Homer Public Library reviews its children’s collections using common sources and standards that libraries across the country adhere to, Berry said.

“We definitely look for reviews in sources we trust,” he said. “Everything we list here is often held in many other libraries as well.”

The library has an established policy to assist staff and inform the public about its selection of library materials, Berry said. It’s called a Collection Development Policy or CDP.

CDP adheres to the guiding principles and ethical standards established by the American Library Association, including those on intellectual freedom. According to this section, a public library is a resource where “individuals can examine multiple viewpoints and draw their own conclusions.”

With regard to children’s materials, it says, “Library materials are not restricted by what items a child may see. Parents who wish to restrict or restrict their children’s reading should personally monitor their children’s selection of library materials.”

Both Berry and former Homer Public Libraries director Ann Dixon said the backlash from groups targeting libraries that offer LGBTQ material is an ongoing trend across the country. In Ketchikan earlier this summer, a city council member tried to cancel drag queen storytime at the community public library.

Emotions ran high at the November 15 Homer Library Advisory Council meeting. Petitioners outnumbered those who wanted LBGTQ material kept in the children’s section by about two to one. Many of those in favor of keeping the books separate are parents or grandparents concerned about what they call “sexual themes” in certain titles. Dave Becker et al cite Christianity in their defense.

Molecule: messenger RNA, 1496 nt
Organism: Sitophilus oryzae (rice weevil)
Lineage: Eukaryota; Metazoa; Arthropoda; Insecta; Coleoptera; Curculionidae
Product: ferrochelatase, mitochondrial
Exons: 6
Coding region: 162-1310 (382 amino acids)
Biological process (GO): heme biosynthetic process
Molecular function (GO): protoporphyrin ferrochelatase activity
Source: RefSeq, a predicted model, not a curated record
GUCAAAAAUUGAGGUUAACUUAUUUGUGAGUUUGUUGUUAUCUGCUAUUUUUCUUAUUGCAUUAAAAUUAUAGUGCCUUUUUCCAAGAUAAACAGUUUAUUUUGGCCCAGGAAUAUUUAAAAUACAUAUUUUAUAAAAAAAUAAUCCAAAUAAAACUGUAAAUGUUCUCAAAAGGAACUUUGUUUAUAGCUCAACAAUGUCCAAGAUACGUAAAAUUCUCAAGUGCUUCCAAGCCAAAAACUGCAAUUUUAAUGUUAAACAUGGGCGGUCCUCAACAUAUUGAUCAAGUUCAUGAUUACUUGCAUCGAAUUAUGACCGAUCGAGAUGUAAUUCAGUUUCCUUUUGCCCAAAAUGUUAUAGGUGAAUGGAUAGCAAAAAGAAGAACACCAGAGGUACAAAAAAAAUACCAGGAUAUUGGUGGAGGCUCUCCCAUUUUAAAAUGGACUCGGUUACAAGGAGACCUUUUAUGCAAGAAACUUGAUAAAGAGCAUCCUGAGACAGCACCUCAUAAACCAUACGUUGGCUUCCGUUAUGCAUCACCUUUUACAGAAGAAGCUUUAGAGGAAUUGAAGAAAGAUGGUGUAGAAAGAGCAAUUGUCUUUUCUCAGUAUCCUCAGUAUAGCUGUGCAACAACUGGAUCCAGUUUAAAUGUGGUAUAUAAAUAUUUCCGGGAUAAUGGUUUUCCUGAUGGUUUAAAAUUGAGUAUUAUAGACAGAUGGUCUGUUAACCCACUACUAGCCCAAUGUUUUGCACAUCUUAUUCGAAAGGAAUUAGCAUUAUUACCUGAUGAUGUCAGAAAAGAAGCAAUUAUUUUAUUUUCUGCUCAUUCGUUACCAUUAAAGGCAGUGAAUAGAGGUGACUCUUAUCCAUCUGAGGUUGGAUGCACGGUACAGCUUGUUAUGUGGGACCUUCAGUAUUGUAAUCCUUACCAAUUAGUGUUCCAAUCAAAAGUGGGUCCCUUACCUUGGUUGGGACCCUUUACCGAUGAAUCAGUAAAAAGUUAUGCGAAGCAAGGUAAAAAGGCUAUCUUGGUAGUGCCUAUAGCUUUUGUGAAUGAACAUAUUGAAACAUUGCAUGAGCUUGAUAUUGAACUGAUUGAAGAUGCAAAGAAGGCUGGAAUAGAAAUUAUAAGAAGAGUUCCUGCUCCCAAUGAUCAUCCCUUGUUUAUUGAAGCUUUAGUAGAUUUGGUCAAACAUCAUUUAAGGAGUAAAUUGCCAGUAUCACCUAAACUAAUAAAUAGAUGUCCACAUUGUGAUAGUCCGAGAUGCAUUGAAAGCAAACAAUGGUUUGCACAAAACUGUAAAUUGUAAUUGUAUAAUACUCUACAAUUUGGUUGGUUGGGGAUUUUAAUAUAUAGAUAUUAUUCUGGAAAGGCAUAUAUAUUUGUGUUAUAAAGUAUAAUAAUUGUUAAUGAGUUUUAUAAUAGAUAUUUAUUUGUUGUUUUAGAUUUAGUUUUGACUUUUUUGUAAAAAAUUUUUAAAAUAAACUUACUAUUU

“I would say to the elephant in the room: This is a spiritual issue. What you’re seeing here is a spiritual war,” he said.

On the more extreme side, some petitioners claimed that exposure to LGBTQ material would make their children more likely to be groomed or abused by pedophiles. Some, like local pastor Nathaniel Jolly, wrongly compared drag queens to pedophiles.

Many social workers, educators, and advocates who work with LBGTQ youth, such as Mercedes Harness, refute these claims. Harness is a former library employee who worked as a forensic interviewer for abused children.

“Not a single child has been subjected to child sexual abuse because of books in the library,” she said. “It is despicable and harmful to suggest otherwise to traumatized children and families.”

Defenders of library policy stress the value of inclusivity. By singling out or segregated these books into their own section, libraries would send a message to LGBTQ patrons that they were not welcome, they said.

Lindsay Martin calls herself an LGBTQ ally.She said she went to the conference for her LGBTQ youth friends who didn’t want to be singled out or triggered at the conference. Martin, who comes from an adoptive family, said she relates to being different.

“I do remember as a kid, not being able to find books like me, and desperately wanting to find my family in them,” she said. “I just want you to see that somewhere in your kid’s classroom there’s a little kid feeling lonely without a book that looks like them.”

The Library Advisory Committee will make a decision at its next meeting in the new year. The public can submit written testimony ahead of the meeting or testify in person on Jan. 17.